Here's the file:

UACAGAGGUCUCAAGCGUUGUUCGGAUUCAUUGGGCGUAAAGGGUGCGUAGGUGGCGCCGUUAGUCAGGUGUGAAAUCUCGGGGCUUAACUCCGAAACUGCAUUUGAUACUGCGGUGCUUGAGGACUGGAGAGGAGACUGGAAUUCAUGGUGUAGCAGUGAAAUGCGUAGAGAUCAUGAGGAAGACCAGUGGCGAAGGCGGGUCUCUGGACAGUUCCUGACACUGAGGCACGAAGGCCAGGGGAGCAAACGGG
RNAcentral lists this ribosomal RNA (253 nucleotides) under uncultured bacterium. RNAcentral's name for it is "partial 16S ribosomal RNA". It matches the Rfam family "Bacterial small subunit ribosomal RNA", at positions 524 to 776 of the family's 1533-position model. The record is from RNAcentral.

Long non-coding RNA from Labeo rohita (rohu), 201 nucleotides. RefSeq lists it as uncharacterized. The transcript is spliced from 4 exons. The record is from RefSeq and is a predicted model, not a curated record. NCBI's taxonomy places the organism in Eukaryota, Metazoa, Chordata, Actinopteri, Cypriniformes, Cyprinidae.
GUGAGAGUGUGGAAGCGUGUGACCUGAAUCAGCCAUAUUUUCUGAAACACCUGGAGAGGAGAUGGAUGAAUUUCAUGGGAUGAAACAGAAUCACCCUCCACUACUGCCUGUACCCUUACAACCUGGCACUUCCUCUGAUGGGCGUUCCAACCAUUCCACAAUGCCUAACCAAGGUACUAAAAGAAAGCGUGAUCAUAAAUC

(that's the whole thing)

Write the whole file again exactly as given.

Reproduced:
UACAGAGGUCUCAAGCGUUGUUCGGAUUCAUUGGGCGUAAAGGGUGCGUAGGUGGCGCCGUUAGUCAGGUGUGAAAUCUCGGGGCUUAACUCCGAAACUGCAUUUGAUACUGCGGUGCUUGAGGACUGGAGAGGAGACUGGAAUUCAUGGUGUAGCAGUGAAAUGCGUAGAGAUCAUGAGGAAGACCAGUGGCGAAGGCGGGUCUCUGGACAGUUCCUGACACUGAGGCACGAAGGCCAGGGGAGCAAACGGG
RNAcentral lists this ribosomal RNA (253 nucleotides) under uncultured bacterium. RNAcentral's name for it is "partial 16S ribosomal RNA". It matches the Rfam family "Bacterial small subunit ribosomal RNA", at positions 524 to 776 of the family's 1533-position model. The record is from RNAcentral.

Long non-coding RNA from Labeo rohita (rohu), 201 nucleotides. RefSeq lists it as uncharacterized. The transcript is spliced from 4 exons. The record is from RefSeq and is a predicted model, not a curated record. NCBI's taxonomy places the organism in Eukaryota, Metazoa, Chordata, Actinopteri, Cypriniformes, Cyprinidae.
GUGAGAGUGUGGAAGCGUGUGACCUGAAUCAGCCAUAUUUUCUGAAACACCUGGAGAGGAGAUGGAUGAAUUUCAUGGGAUGAAACAGAAUCACCCUCCACUACUGCCUGUACCCUUACAACCUGGCACUUCCUCUGAUGGGCGUUCCAACCAUUCCACAAUGCCUAACCAAGGUACUAAAAGAAAGCGUGAUCAUAAAUC